Renewal of Violence Against Women Act threatened by gun-rights dispute

Nancy Pelosi, Jerrold Nadler
House Speaker Nancy Pelosi (D-San Francisco), joined at left by House Judiciary Committee Chairman Jerrold Nadler (D-N.Y.), calls attention to plans to reauthorize the Violence Against Women Act on March 7.
(J. Scott Applewhite / Associated Press)

House Democrats on Thursday passed a new, stronger version of the Violence Against Women Act, which expired in mid-February and needs to be reauthorized to ensure vital funding for shelters and police departments.

But the bill’s prospects in the Senate remain unclear as some Republicans complain the changes go too far, including a provision that would ban gun sales and ownership by a person convicted of stalking.

The bill passed 263-158, with all but 33 Republicans voting no.

Republicans had offered in February to reauthorize the landmark 25-year-old Violence Against Women Act through this fall as a part of a spending deal to prevent another partial government shutdown.


But Democrats rejected the offer, gambling that letting the act expire would pressure their GOP colleagues into accepting more sweeping changes.

Rep. Karen Bass (D-Los Angeles), the bill’s sponsor, said that changes were needed to the 2013 reauthorization of the law that would not have been possible by simply renewing the previous version. “If we had done that, then we wouldn’t have been able to expand where we needed to,” Bass said.

And Democrats hope Republicans won’t want to be seen as voting against an anti-domestic-violence program. “If the pressure had been off, there’s no way it would have happened,” she said.

Some advocates questioned the wisdom of letting the act expire, but Ruth Glenn, president of the National Coalition Against Domestic Violence, agreed it was time to expand the law.


“The Violence Against Women Act, like any rule or law, should always be reevaluated,” Glenn said. “We should always look at it from the lens of how can we make it better?”

The law’s expiration in February had little immediate effect on police departments and domestic violence shelters that are still using millions of dollars in previously issued grants, Glenn said. But there is uncertainty about where money will come from in the future, she said.

When the law previously lapsed between 2010 and 2013 — over arguments about protections for same-sex couples and immigrants — congressional appropriators provided the money anyway, Glenn said. But there is no guarantee they’ll do the same this time.

The House bill increases penalties for stalking a child and makes it a federal crime for a federal law enforcement officer to have sex while in the course of their official duties, regardless of whether it is consensual or not.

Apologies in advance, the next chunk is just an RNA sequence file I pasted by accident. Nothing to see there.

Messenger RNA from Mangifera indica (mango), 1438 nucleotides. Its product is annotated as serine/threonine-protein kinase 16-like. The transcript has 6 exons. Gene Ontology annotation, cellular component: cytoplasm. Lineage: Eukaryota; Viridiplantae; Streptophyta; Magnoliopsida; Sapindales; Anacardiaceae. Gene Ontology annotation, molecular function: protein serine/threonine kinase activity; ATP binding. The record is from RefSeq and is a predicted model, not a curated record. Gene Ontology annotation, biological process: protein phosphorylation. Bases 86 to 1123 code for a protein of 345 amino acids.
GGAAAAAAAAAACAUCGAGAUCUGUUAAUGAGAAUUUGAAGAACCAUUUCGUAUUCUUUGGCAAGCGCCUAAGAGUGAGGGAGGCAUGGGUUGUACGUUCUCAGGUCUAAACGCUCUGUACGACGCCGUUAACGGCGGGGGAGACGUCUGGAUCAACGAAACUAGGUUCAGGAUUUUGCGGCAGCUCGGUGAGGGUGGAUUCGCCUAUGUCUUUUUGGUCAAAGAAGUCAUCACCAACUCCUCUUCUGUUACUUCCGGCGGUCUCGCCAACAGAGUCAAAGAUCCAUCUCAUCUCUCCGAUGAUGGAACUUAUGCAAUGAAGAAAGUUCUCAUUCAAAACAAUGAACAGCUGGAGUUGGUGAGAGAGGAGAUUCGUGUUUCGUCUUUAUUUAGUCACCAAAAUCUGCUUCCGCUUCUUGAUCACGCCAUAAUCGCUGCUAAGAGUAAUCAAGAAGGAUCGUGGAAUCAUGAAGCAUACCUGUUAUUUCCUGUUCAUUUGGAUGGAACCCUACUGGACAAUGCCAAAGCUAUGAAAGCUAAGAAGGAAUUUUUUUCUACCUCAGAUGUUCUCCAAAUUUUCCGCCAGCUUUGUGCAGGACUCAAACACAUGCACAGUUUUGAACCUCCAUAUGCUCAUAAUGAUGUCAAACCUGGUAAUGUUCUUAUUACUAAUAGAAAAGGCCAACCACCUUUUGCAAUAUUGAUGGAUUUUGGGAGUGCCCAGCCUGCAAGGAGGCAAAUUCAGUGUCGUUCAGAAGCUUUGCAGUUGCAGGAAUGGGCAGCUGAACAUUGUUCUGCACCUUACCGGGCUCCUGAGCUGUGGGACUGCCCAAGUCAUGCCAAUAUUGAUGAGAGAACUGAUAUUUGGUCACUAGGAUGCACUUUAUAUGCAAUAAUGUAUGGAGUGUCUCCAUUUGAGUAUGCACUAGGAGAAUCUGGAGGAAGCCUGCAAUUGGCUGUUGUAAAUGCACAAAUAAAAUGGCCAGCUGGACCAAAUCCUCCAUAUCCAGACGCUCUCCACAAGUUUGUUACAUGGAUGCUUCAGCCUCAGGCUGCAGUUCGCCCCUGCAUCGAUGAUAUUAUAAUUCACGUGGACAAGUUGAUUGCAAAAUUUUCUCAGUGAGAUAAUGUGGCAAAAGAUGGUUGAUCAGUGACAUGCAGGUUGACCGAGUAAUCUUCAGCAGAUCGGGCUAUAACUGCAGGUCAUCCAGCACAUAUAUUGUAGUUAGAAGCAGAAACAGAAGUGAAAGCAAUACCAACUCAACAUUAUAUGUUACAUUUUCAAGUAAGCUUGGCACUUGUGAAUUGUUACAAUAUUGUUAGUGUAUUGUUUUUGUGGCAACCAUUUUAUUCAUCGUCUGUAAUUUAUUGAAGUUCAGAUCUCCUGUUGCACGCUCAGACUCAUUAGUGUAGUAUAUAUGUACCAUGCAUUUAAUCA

House and Senate Republicans have concerns about a change that prohibits someone from owning or purchasing a gun if they are convicted of stalking or if they are subject to a restraining order filed by a person they are dating or have dated. There is currently a ban on gun possession or purchase when a restraining order is filed by a spouse, child or cohabitating partner.

Stalking is a misdemeanor, and the National Rifle Assn. has said that prohibiting someone from purchasing a gun because of a misdemeanor conviction is too extreme. The gun-rights organization said it will be watching closely to see how lawmakers vote on the bill.

Some Republicans have also raised concerns that the bill gives Native American tribes more criminal jurisdiction to handle domestic violence that occurs on their land.

House Republicans, meanwhile, moved Thursday to reauthorize the previous version of the law through 2020 without making any changes, saying it would make sure women are protected.


“Speaker Pelosi and House Democrats have made it a partisan issue,” Rep. Elise Stefanik (R-N.Y.) said. “Can we stop playing political games at the expense of vulnerable women?”

That effort also failed, largely along partisan lines.

When and if the bill will be considered in the Republican-controlled Senate is unclear.

The Senate hasn’t taken up many of the half-dozen Democratic priorities passed by the House in the last three months, such as universal background checks for gun purchases. Senate Republicans have been critical of House Democrats for not agreeing last month to keep the Violence Against Women Act in place.

Rep. Tom Cole (R-Okla.) said the bill passed by the House on Thursday will join the pile of bills being ignored by the Senate.

“I think [Democrats] like the politics of it, but at some point, the politics has to stop,” Cole said. “It’s not going to get through the Senate, it’s not going to be passed by the president. So at some point, you have to decide: What do we really want to do?”

Sens. Joni Ernst (R-Iowa) and Dianne Feinstein (D-Calif.) announced in early March they were working together on their own version of the act, but they haven’t filed legislation yet.

Congress has reauthorized the act three times since it first passed in 1994, all by broad bipartisan margins.


With the 2020 election looming, Bass said she expects the Senate will take it up. “Are all those senators up for reelection really going to vote against the Violence Against Women Act?” Bass said. “I think we have a shot in the Senate.”

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